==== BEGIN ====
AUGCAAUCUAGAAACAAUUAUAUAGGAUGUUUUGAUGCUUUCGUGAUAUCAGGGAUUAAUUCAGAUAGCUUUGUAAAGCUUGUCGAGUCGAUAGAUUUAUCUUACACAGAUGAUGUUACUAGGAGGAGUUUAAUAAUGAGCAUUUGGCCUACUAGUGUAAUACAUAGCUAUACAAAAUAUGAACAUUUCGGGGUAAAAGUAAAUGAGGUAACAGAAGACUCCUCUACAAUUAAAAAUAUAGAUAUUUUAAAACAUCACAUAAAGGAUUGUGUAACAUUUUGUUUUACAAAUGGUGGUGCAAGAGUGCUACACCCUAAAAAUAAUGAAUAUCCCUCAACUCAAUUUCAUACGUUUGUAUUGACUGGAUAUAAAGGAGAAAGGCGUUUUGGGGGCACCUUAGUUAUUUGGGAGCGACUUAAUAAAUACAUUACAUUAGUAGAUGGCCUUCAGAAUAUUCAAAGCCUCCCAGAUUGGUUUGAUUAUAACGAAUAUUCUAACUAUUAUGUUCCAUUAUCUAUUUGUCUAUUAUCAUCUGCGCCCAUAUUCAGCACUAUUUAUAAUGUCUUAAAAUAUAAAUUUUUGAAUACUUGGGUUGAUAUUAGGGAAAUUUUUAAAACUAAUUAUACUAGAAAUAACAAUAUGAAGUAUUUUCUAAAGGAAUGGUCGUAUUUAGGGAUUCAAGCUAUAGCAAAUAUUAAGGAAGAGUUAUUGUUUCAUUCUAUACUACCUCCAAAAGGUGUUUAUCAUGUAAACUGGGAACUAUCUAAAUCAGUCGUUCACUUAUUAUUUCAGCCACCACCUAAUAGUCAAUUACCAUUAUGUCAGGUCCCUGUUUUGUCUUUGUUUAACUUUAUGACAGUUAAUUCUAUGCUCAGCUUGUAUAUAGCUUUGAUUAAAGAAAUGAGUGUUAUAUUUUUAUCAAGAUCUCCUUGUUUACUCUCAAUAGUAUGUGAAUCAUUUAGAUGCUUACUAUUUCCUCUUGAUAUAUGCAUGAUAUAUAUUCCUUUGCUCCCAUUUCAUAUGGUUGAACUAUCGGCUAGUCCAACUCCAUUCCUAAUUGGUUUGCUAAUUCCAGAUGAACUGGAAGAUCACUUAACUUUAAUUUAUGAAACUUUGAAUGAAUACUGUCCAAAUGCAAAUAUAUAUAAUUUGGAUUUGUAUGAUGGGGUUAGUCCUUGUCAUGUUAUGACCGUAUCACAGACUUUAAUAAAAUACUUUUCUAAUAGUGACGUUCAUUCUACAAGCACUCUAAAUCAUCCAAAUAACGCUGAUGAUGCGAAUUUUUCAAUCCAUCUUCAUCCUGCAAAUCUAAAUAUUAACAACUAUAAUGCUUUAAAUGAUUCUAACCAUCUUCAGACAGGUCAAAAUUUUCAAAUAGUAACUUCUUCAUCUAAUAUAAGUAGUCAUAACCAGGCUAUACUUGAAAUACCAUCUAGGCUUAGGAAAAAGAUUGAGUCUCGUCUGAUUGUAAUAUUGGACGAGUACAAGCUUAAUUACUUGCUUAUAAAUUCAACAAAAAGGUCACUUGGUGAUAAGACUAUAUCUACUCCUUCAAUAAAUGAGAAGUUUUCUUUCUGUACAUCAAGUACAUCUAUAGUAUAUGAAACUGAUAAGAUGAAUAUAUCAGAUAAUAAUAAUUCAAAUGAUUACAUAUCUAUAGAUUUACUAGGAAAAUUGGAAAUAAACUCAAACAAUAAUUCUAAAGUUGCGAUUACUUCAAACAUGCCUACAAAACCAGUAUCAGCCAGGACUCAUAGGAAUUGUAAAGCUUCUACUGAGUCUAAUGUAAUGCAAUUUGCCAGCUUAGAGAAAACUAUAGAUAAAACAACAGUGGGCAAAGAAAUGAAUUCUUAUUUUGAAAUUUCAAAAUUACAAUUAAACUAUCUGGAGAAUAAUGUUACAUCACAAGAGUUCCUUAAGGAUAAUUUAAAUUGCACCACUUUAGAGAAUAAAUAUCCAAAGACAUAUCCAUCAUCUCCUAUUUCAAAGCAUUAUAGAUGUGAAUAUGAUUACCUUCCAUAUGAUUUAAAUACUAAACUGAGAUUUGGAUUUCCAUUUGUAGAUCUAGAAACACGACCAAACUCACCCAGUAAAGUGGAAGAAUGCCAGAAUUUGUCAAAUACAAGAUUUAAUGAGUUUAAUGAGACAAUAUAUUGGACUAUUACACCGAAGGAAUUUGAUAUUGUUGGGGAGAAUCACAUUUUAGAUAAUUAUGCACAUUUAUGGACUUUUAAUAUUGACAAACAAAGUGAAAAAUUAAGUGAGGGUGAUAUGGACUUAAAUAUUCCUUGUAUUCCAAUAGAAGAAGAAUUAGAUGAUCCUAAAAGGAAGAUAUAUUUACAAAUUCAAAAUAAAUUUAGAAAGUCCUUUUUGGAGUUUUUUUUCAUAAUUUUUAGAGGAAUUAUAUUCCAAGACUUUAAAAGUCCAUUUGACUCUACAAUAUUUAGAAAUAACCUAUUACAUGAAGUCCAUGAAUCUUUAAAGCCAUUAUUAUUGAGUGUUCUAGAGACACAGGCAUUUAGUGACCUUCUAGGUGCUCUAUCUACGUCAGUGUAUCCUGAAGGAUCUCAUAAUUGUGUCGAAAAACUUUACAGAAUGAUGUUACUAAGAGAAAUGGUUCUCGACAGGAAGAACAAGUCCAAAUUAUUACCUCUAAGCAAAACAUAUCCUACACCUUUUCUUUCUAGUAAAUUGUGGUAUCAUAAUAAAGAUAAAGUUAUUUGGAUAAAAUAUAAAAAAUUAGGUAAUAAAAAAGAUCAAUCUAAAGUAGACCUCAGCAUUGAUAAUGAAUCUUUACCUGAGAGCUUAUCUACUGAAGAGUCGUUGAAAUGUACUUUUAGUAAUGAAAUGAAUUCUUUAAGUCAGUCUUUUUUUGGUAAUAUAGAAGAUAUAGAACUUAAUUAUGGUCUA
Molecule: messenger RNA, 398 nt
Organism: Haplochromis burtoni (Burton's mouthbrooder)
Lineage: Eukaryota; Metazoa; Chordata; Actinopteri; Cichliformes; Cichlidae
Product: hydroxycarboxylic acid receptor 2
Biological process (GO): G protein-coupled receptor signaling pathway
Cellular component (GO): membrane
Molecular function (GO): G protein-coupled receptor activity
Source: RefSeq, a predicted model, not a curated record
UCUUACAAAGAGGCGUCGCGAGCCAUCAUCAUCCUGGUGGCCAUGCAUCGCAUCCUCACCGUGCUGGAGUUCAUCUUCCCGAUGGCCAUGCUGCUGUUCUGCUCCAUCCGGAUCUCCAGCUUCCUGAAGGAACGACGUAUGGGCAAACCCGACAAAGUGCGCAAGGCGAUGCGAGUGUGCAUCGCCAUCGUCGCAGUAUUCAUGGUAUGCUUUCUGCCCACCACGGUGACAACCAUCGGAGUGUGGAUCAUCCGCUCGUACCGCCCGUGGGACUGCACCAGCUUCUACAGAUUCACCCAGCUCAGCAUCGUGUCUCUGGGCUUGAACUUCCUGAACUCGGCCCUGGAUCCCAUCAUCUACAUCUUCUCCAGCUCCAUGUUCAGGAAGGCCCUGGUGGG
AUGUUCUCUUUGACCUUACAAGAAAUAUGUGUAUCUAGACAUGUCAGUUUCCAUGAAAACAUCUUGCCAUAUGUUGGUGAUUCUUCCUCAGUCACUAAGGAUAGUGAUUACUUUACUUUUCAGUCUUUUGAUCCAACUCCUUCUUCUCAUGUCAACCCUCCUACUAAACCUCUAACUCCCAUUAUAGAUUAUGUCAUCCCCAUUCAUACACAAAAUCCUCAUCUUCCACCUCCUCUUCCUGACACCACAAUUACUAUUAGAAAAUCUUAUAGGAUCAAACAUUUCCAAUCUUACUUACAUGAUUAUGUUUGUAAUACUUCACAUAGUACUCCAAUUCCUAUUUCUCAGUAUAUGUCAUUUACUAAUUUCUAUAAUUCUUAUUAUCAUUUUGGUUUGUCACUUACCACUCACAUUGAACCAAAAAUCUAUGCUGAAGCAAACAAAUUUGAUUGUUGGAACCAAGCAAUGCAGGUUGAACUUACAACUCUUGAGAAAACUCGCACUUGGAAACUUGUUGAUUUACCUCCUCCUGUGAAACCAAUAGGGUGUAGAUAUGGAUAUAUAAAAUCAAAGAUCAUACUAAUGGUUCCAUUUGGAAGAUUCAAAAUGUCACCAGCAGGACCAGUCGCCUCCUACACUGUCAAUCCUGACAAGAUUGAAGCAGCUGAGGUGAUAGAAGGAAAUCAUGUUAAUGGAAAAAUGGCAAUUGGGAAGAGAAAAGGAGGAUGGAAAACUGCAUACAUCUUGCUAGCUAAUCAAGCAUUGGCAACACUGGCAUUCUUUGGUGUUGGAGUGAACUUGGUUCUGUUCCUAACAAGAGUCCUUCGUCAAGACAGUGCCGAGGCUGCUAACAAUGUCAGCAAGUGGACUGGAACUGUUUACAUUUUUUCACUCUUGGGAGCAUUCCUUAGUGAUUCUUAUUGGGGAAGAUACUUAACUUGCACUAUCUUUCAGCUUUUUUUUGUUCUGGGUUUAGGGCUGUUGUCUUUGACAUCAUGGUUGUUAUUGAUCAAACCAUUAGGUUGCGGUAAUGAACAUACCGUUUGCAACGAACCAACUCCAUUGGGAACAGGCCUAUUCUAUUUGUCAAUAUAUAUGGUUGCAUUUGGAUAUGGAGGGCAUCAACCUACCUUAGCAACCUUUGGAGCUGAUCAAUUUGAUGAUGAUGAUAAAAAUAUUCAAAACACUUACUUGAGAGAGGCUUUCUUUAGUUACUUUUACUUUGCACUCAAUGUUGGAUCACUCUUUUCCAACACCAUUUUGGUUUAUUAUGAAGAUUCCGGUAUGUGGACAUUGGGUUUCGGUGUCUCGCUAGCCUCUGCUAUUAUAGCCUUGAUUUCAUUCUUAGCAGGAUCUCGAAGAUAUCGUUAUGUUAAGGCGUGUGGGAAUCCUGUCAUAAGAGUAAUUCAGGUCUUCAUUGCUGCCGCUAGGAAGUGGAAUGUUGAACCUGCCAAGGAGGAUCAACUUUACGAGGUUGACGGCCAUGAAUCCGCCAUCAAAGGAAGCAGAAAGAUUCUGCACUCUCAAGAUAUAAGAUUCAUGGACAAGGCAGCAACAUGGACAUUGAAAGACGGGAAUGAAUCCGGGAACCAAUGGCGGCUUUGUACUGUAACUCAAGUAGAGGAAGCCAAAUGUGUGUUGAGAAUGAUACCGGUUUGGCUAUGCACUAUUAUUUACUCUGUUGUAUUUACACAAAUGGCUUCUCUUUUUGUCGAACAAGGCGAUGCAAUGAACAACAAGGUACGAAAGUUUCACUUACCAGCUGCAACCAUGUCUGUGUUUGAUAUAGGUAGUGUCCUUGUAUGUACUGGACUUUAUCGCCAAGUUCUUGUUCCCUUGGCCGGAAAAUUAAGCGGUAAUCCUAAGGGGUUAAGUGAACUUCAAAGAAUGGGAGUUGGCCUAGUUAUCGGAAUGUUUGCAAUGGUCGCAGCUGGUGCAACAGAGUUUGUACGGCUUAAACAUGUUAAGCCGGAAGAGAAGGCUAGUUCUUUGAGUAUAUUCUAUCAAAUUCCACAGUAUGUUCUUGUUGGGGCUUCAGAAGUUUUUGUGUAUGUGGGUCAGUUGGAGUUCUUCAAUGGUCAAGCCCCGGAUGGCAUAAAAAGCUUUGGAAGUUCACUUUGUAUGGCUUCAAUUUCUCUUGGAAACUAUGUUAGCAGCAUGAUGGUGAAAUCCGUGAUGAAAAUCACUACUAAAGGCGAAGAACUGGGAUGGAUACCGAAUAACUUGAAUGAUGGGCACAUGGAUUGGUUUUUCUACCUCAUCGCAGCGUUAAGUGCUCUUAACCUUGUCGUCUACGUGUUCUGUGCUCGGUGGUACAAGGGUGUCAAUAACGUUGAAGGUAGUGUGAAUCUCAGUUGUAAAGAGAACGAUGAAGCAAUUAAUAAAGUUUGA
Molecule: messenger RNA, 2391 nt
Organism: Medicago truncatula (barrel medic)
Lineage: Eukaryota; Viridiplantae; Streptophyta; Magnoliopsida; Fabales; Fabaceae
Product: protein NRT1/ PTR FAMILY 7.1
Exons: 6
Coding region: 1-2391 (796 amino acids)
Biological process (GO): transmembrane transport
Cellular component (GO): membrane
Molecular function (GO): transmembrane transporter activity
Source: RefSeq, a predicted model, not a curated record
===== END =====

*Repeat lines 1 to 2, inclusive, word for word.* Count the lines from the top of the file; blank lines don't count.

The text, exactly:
AUGCAAUCUAGAAACAAUUAUAUAGGAUGUUUUGAUGCUUUCGUGAUAUCAGGGAUUAAUUCAGAUAGCUUUGUAAAGCUUGUCGAGUCGAUAGAUUUAUCUUACACAGAUGAUGUUACUAGGAGGAGUUUAAUAAUGAGCAUUUGGCCUACUAGUGUAAUACAUAGCUAUACAAAAUAUGAACAUUUCGGGGUAAAAGUAAAUGAGGUAACAGAAGACUCCUCUACAAUUAAAAAUAUAGAUAUUUUAAAACAUCACAUAAAGGAUUGUGUAACAUUUUGUUUUACAAAUGGUGGUGCAAGAGUGCUACACCCUAAAAAUAAUGAAUAUCCCUCAACUCAAUUUCAUACGUUUGUAUUGACUGGAUAUAAAGGAGAAAGGCGUUUUGGGGGCACCUUAGUUAUUUGGGAGCGACUUAAUAAAUACAUUACAUUAGUAGAUGGCCUUCAGAAUAUUCAAAGCCUCCCAGAUUGGUUUGAUUAUAACGAAUAUUCUAACUAUUAUGUUCCAUUAUCUAUUUGUCUAUUAUCAUCUGCGCCCAUAUUCAGCACUAUUUAUAAUGUCUUAAAAUAUAAAUUUUUGAAUACUUGGGUUGAUAUUAGGGAAAUUUUUAAAACUAAUUAUACUAGAAAUAACAAUAUGAAGUAUUUUCUAAAGGAAUGGUCGUAUUUAGGGAUUCAAGCUAUAGCAAAUAUUAAGGAAGAGUUAUUGUUUCAUUCUAUACUACCUCCAAAAGGUGUUUAUCAUGUAAACUGGGAACUAUCUAAAUCAGUCGUUCACUUAUUAUUUCAGCCACCACCUAAUAGUCAAUUACCAUUAUGUCAGGUCCCUGUUUUGUCUUUGUUUAACUUUAUGACAGUUAAUUCUAUGCUCAGCUUGUAUAUAGCUUUGAUUAAAGAAAUGAGUGUUAUAUUUUUAUCAAGAUCUCCUUGUUUACUCUCAAUAGUAUGUGAAUCAUUUAGAUGCUUACUAUUUCCUCUUGAUAUAUGCAUGAUAUAUAUUCCUUUGCUCCCAUUUCAUAUGGUUGAACUAUCGGCUAGUCCAACUCCAUUCCUAAUUGGUUUGCUAAUUCCAGAUGAACUGGAAGAUCACUUAACUUUAAUUUAUGAAACUUUGAAUGAAUACUGUCCAAAUGCAAAUAUAUAUAAUUUGGAUUUGUAUGAUGGGGUUAGUCCUUGUCAUGUUAUGACCGUAUCACAGACUUUAAUAAAAUACUUUUCUAAUAGUGACGUUCAUUCUACAAGCACUCUAAAUCAUCCAAAUAACGCUGAUGAUGCGAAUUUUUCAAUCCAUCUUCAUCCUGCAAAUCUAAAUAUUAACAACUAUAAUGCUUUAAAUGAUUCUAACCAUCUUCAGACAGGUCAAAAUUUUCAAAUAGUAACUUCUUCAUCUAAUAUAAGUAGUCAUAACCAGGCUAUACUUGAAAUACCAUCUAGGCUUAGGAAAAAGAUUGAGUCUCGUCUGAUUGUAAUAUUGGACGAGUACAAGCUUAAUUACUUGCUUAUAAAUUCAACAAAAAGGUCACUUGGUGAUAAGACUAUAUCUACUCCUUCAAUAAAUGAGAAGUUUUCUUUCUGUACAUCAAGUACAUCUAUAGUAUAUGAAACUGAUAAGAUGAAUAUAUCAGAUAAUAAUAAUUCAAAUGAUUACAUAUCUAUAGAUUUACUAGGAAAAUUGGAAAUAAACUCAAACAAUAAUUCUAAAGUUGCGAUUACUUCAAACAUGCCUACAAAACCAGUAUCAGCCAGGACUCAUAGGAAUUGUAAAGCUUCUACUGAGUCUAAUGUAAUGCAAUUUGCCAGCUUAGAGAAAACUAUAGAUAAAACAACAGUGGGCAAAGAAAUGAAUUCUUAUUUUGAAAUUUCAAAAUUACAAUUAAACUAUCUGGAGAAUAAUGUUACAUCACAAGAGUUCCUUAAGGAUAAUUUAAAUUGCACCACUUUAGAGAAUAAAUAUCCAAAGACAUAUCCAUCAUCUCCUAUUUCAAAGCAUUAUAGAUGUGAAUAUGAUUACCUUCCAUAUGAUUUAAAUACUAAACUGAGAUUUGGAUUUCCAUUUGUAGAUCUAGAAACACGACCAAACUCACCCAGUAAAGUGGAAGAAUGCCAGAAUUUGUCAAAUACAAGAUUUAAUGAGUUUAAUGAGACAAUAUAUUGGACUAUUACACCGAAGGAAUUUGAUAUUGUUGGGGAGAAUCACAUUUUAGAUAAUUAUGCACAUUUAUGGACUUUUAAUAUUGACAAACAAAGUGAAAAAUUAAGUGAGGGUGAUAUGGACUUAAAUAUUCCUUGUAUUCCAAUAGAAGAAGAAUUAGAUGAUCCUAAAAGGAAGAUAUAUUUACAAAUUCAAAAUAAAUUUAGAAAGUCCUUUUUGGAGUUUUUUUUCAUAAUUUUUAGAGGAAUUAUAUUCCAAGACUUUAAAAGUCCAUUUGACUCUACAAUAUUUAGAAAUAACCUAUUACAUGAAGUCCAUGAAUCUUUAAAGCCAUUAUUAUUGAGUGUUCUAGAGACACAGGCAUUUAGUGACCUUCUAGGUGCUCUAUCUACGUCAGUGUAUCCUGAAGGAUCUCAUAAUUGUGUCGAAAAACUUUACAGAAUGAUGUUACUAAGAGAAAUGGUUCUCGACAGGAAGAACAAGUCCAAAUUAUUACCUCUAAGCAAAACAUAUCCUACACCUUUUCUUUCUAGUAAAUUGUGGUAUCAUAAUAAAGAUAAAGUUAUUUGGAUAAAAUAUAAAAAAUUAGGUAAUAAAAAAGAUCAAUCUAAAGUAGACCUCAGCAUUGAUAAUGAAUCUUUACCUGAGAGCUUAUCUACUGAAGAGUCGUUGAAAUGUACUUUUAGUAAUGAAAUGAAUUCUUUAAGUCAGUCUUUUUUUGGUAAUAUAGAAGAUAUAGAACUUAAUUAUGGUCUA
Molecule: messenger RNA, 398 nt